I’ve always been an off-season or shoulder-season traveler but now that my kids are in school, I don’t always have the flexibility to travel when the prices are low and the crowds are sparse. When my kids have a break from school, our choice is to: A) hire a babysitter so we can continue to get work done (expensive and hard to do for just one week), B) stay at home and go stir crazy, or C) bite the bullet and travel despite the higher prices and crowds that are inevitable during school breaks.My wife needed to visit D.C. on business, so I had two and a half days in D.C. with my little boys, ages 3 and 5, this week, when hundreds, perhaps thousands of grammar and high schools around the country are on their spring holiday. The city was absolutely crawling with school groups and families on vacation.

I thought that we lucked out when I bid for a 3.5-star hotel on Priceline and got a luxury chain hotel downtown that had rave reviews from customers on Trip Advisor (4.5-star average from more than 800 reviews) for $105 per night. But even the best hotels fall apart when they are jam-packed and this place was a circus. If you didn’t shower by 7 a.m., there was no hot water. Wi-Fi, which cost $9.99 per day, was ridiculously slow, no doubt due to the volume of traffic. And the breakfast lines were unlike anything I’ve experienced at any hotel in my decades of traveling the world.

museum of african artThe place was so overrun and dysfunctional that I actually felt bad for the employees who had to absorb all of the customer complaints. They were clearly sick and tired of the guests’ complaints and were getting creative in their responses. A woman from Georgia whom I commiserated with in the breakfast line told me that a front desk agent suggested she use the pool, when she complained about the lack of hot water in the room.

I wasn’t brave enough to bring my kids into the Air & Space Museum, the National Zoo, the Cherry Blossom Festival, or the Museum of Natural History (they’ve been to these places before) but I saw how crowded they were and was thankful my kids are too young to insist. Instead, we focused on some of D.C.’s less visited museums, like the Freer and Sackler Galleries, The National Museum of the American Indian and the National Museum of African Art (all are manageable and are highly recommended). We also went to a couple higher profile museums, like the National Gallery of Art, but made a point of getting there at 10 a.m., right when they opened to beat the crowds.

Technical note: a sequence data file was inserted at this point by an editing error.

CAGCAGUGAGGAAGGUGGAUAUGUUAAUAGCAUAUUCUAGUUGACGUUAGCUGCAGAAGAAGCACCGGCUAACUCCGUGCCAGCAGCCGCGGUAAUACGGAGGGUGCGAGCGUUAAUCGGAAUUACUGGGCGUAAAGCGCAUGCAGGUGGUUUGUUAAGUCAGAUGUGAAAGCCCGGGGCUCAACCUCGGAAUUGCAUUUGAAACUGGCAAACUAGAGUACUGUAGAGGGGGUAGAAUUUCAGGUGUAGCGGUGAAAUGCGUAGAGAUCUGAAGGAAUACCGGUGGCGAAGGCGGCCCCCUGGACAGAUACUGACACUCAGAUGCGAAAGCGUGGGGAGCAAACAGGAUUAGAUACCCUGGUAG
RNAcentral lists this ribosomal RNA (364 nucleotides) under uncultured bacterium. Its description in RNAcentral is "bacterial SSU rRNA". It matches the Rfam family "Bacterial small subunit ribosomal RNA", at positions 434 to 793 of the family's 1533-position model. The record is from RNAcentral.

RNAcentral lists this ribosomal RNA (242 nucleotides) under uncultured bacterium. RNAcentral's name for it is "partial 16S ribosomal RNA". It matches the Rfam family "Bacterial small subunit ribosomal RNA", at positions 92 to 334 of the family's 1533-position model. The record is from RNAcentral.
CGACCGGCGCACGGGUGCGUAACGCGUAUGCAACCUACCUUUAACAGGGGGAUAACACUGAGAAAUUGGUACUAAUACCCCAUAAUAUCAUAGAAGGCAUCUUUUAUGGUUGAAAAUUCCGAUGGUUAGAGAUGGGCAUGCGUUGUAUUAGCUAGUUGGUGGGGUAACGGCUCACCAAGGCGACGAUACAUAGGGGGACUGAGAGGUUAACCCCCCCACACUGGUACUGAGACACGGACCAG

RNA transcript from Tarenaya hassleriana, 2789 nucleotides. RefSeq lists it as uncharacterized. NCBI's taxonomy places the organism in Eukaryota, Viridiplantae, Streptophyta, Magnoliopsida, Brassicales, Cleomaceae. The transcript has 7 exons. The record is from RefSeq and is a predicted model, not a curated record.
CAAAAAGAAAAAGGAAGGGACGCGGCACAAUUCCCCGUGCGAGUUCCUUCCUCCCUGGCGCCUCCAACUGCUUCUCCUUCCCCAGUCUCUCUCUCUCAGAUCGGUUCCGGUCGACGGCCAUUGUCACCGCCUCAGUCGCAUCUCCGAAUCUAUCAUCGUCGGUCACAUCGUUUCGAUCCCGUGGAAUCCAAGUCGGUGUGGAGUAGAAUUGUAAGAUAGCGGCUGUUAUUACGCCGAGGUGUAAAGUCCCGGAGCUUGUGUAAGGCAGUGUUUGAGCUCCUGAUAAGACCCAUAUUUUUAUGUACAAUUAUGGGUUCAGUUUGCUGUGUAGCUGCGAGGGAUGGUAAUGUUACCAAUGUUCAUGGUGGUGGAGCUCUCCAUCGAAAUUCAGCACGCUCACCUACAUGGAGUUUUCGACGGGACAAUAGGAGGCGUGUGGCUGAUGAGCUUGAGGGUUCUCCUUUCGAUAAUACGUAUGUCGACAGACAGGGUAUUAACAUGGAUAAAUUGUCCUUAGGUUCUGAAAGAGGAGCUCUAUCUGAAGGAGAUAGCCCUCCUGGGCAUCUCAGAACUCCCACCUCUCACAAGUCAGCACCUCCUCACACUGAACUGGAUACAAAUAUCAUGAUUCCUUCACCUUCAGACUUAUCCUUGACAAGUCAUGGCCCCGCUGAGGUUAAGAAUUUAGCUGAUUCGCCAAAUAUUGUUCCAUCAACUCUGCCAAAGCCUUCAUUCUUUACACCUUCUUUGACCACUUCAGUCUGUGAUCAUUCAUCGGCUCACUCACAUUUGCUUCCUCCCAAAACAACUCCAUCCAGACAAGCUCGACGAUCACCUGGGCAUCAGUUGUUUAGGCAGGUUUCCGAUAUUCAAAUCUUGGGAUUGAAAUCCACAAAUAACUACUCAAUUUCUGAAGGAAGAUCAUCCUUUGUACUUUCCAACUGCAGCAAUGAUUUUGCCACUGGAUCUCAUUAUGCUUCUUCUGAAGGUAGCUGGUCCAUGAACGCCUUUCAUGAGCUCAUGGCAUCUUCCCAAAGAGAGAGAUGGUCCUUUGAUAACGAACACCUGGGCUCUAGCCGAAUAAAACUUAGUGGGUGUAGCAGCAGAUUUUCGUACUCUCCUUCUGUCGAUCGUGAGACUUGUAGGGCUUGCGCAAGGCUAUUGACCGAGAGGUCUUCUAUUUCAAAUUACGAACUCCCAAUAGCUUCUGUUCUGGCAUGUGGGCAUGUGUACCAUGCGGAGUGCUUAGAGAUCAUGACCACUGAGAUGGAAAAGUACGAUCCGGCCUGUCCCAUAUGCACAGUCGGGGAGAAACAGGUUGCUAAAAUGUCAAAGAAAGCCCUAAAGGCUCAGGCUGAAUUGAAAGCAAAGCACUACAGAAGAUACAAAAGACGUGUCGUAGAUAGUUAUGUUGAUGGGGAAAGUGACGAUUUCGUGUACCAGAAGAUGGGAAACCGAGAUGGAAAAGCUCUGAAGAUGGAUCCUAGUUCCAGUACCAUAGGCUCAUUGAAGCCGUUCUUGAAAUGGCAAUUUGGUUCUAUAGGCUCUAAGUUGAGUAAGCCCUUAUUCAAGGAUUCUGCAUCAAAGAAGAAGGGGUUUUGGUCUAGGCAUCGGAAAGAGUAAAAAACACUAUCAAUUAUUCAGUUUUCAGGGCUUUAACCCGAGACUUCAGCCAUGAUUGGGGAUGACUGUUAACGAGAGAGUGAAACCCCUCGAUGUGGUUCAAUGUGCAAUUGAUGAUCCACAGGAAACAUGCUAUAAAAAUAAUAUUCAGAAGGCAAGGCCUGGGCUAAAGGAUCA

If you’re visiting the free Smithsonian museums on the weekend or during school holiday periods, plan out your strategy carefully. Visit the most popular museums right when they open (usually 10 a.m.) or after 4 p.m. and use the peak hours, around 11:30-3:30 to visit the more off-the-beaten-track attractions. If you aren’t sure what the most popular museums are, have a look at Trip Advisor and take note of how many reviews the place has. The museums with 1,000 reviews are more are the ones you have to be worried about.

cupcakesThe other minefield is trying to have lunch near the museums during peak hours. Packing a lunch is a great idea but if you can’t be bothered, try to eat by 11:30, or after 2 p.m. The cafeteria at the Smithsonian Museum of American History has excellent food, including good BBQ, sandwiches, craft beers and a lot more, along with high prices, but you do not want to try to eat there or at any other popular lunch spot near noon or 1 p.m.